The Baystate Objectivist

The Baystate Objectivist

Tuesday, June 12, 2007

Alumnus

I walked into the UMass library over the weekend and stumbled upon the final ceremony of the UMass Class of 1957 50th Anniversary Reunion which was being held indoors because of rain. The aging graduates were being addressed by UMass Chancellor John Lombardi.



Lombardi is currently at the center of a controversy about how he is being edged aside in favor of a more Boston-centralized campus leadership model. Fears are running high in Western Mass that this will mean more attention paid to the Boston UMass campuses at the expense of Amherst, whose economy is desperately dependant on the university.

Anyway, Lombardi was telling the 1957 graduates that theirs was one of the most special classes in UMass history. I said to myself, "I'll bet you say that to all the classes." But then I scolded myself for being so cynical. While I'm sure all the reunions are told that, it doesn't mean it isn't true. Every class consists of unique individuals, and therefore is by definition unique from every other class, and thereby special in its own way.

Of course some of the reason for this flattery is because the Class of 1957, now in their early seventies, are putting the last touches on their last will and testaments, and the university wouldn't mind them slipping in a line expressing gratitude to the school where their class was so special. For example, the Class of 1957 at Amherst College recently donated the money for this magnificent statue of poet Robert Frost.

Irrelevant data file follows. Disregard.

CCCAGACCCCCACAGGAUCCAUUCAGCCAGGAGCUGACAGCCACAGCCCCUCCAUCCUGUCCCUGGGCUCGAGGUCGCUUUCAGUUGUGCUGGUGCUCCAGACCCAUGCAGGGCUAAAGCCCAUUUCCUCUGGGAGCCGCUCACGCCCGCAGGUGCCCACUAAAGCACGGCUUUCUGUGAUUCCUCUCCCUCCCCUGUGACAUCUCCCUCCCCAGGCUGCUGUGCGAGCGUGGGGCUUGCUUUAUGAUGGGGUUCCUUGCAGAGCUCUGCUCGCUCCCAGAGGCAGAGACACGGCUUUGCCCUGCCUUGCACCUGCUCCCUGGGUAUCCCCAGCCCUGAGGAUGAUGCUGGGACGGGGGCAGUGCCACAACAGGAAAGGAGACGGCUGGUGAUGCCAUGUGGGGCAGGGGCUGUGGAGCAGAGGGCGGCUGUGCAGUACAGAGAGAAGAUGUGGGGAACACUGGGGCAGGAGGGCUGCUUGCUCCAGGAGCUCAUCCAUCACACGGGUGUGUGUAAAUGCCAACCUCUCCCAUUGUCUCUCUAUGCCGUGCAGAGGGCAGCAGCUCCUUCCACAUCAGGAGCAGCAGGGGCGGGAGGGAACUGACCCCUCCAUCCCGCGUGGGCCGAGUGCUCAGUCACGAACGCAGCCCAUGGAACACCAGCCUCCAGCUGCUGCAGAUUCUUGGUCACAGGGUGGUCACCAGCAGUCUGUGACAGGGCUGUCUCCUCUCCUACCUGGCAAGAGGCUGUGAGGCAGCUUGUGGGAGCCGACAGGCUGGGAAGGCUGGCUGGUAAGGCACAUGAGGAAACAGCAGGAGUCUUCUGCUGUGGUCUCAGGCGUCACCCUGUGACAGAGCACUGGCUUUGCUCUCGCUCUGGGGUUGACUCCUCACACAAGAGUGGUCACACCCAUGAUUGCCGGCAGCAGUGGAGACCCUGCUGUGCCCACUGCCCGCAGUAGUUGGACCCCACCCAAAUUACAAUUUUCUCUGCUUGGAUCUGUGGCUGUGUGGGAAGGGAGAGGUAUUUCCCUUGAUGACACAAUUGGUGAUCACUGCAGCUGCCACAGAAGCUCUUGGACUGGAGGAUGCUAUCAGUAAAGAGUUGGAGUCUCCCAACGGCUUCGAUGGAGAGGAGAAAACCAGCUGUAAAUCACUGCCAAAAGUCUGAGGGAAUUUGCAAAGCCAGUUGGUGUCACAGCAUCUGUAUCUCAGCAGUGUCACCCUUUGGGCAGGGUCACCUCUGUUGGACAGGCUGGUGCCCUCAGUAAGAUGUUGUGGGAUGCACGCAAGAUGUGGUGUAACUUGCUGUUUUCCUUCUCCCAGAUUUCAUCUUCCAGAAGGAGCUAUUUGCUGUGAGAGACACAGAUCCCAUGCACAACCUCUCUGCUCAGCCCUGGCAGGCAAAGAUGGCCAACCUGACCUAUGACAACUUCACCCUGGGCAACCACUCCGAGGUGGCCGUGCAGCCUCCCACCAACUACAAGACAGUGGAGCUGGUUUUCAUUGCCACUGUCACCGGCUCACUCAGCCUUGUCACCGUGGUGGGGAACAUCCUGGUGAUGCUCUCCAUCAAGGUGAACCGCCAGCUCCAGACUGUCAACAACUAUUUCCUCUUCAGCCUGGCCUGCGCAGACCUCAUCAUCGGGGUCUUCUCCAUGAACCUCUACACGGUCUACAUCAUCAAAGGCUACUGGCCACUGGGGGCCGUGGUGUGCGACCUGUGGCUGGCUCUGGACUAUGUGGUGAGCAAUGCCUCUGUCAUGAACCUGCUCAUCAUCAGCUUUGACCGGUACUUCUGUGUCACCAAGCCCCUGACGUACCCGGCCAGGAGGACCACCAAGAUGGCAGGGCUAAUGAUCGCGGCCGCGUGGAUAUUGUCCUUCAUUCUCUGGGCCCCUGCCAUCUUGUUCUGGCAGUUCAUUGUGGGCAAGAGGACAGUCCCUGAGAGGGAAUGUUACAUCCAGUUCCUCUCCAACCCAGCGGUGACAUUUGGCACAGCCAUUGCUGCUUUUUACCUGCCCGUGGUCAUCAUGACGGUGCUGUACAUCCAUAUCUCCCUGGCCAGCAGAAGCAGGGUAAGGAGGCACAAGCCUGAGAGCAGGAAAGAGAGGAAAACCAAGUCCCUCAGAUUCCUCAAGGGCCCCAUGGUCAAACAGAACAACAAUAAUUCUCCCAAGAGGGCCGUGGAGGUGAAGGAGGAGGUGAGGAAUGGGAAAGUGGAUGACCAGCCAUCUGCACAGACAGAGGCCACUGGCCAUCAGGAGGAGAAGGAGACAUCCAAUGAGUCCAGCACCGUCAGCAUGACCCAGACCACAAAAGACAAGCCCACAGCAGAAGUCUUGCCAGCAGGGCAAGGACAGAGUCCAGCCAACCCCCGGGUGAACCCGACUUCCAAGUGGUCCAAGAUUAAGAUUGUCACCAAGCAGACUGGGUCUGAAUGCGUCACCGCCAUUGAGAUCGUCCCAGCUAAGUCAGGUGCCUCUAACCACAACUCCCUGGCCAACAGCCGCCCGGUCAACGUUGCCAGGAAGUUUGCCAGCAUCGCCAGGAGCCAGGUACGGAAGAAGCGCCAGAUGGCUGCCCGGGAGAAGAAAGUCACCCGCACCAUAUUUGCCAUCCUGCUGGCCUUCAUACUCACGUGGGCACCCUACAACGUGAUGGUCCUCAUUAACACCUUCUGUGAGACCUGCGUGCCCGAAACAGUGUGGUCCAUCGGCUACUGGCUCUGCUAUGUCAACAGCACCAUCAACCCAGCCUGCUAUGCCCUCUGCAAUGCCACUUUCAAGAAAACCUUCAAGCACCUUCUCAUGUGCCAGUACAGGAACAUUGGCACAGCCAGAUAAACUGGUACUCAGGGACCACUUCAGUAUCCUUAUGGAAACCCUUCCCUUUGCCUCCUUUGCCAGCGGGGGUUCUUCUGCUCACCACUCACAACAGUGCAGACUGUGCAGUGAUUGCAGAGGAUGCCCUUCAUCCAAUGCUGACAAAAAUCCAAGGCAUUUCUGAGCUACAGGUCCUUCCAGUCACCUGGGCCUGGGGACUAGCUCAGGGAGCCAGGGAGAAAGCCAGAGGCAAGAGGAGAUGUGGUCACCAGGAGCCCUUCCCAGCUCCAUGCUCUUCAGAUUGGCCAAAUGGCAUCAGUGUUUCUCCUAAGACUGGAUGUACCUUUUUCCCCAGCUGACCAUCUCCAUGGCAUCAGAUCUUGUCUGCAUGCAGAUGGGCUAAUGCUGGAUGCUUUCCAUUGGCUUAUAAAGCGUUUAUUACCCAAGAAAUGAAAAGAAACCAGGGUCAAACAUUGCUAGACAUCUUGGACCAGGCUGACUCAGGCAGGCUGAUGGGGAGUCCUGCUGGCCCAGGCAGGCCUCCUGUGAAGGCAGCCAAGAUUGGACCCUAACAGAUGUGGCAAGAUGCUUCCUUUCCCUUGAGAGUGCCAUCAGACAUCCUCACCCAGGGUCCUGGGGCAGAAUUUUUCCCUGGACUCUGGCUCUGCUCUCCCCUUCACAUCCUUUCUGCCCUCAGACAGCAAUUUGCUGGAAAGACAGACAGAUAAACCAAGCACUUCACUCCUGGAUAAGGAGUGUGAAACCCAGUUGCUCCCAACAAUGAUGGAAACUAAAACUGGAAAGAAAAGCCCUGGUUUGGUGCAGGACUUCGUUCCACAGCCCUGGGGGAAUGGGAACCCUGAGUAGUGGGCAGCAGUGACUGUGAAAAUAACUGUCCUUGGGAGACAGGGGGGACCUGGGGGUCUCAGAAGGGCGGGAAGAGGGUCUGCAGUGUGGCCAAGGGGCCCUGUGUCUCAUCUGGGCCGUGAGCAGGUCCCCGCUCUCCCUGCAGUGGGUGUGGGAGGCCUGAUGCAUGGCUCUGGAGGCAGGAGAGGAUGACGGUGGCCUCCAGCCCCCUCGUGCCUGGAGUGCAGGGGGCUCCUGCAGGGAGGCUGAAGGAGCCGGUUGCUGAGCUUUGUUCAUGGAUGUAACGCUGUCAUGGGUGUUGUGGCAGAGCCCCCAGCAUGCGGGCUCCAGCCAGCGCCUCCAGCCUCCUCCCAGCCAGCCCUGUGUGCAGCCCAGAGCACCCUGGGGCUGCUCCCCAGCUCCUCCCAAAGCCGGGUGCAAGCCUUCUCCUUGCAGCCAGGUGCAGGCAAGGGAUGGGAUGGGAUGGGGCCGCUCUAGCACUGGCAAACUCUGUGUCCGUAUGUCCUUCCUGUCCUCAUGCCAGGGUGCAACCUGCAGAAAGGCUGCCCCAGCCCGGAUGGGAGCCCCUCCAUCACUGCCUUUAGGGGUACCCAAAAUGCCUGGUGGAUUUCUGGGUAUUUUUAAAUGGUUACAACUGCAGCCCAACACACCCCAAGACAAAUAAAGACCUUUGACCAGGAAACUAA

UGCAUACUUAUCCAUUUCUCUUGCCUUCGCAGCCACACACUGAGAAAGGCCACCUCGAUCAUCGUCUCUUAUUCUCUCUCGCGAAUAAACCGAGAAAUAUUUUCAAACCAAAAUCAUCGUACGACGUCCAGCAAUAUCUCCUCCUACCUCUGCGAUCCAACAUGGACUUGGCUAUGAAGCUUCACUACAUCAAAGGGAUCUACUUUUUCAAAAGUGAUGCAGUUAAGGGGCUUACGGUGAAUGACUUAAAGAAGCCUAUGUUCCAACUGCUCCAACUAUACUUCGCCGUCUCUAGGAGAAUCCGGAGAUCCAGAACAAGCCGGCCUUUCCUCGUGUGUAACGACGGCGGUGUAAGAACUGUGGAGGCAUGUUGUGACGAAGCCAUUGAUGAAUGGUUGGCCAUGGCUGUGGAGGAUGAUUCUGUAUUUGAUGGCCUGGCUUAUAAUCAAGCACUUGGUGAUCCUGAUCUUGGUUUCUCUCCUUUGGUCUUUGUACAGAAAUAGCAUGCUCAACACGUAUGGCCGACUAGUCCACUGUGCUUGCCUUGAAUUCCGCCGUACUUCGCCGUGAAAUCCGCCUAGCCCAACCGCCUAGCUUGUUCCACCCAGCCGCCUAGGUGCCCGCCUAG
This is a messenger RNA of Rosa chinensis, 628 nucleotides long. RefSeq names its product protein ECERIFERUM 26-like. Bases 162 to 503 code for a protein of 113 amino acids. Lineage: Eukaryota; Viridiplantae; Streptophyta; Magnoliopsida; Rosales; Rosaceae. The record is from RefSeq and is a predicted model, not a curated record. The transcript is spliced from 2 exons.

Here is the plaque they placed in front of the statue.



To the extent that a video can convey it, here is the awesome view surrounding the Frost statue.



Finally, I'll leave you with this joke.

A couple was celebrating their golden wedding anniversary in the Massachusetts Berkshires.

Their domestic tranquility had long been the talk of the town. People
would say, "What a peaceful & loving couple."

The local newspaper reporter was inquiring as to the secret of their
long and happy marriage.

"Well, it dates back to our honeymoon," explained the husband. "We visited the Grand Canyon in Arizona, and took a trip down to the bottom of the canyon by horse. We hadn't gone too far when my wife's horse stumbled and she almost fell off. My wife looked down at the horse and quietly said, "That's once."

"We proceeded a little further and horse stumbled again. Once more my
wife quietly said, "That's twice."

We hadn't gone a half-mile when the horse stumbled for the third time.
My wife quietly removed a revolver from her purse and shot the horse
dead.

I screamed at her, "What's wrong with you, foolish woman! Why did you shoot the
poor animal like that? Are you crazy?"

She looked at ME, and quietly said, "That's once."

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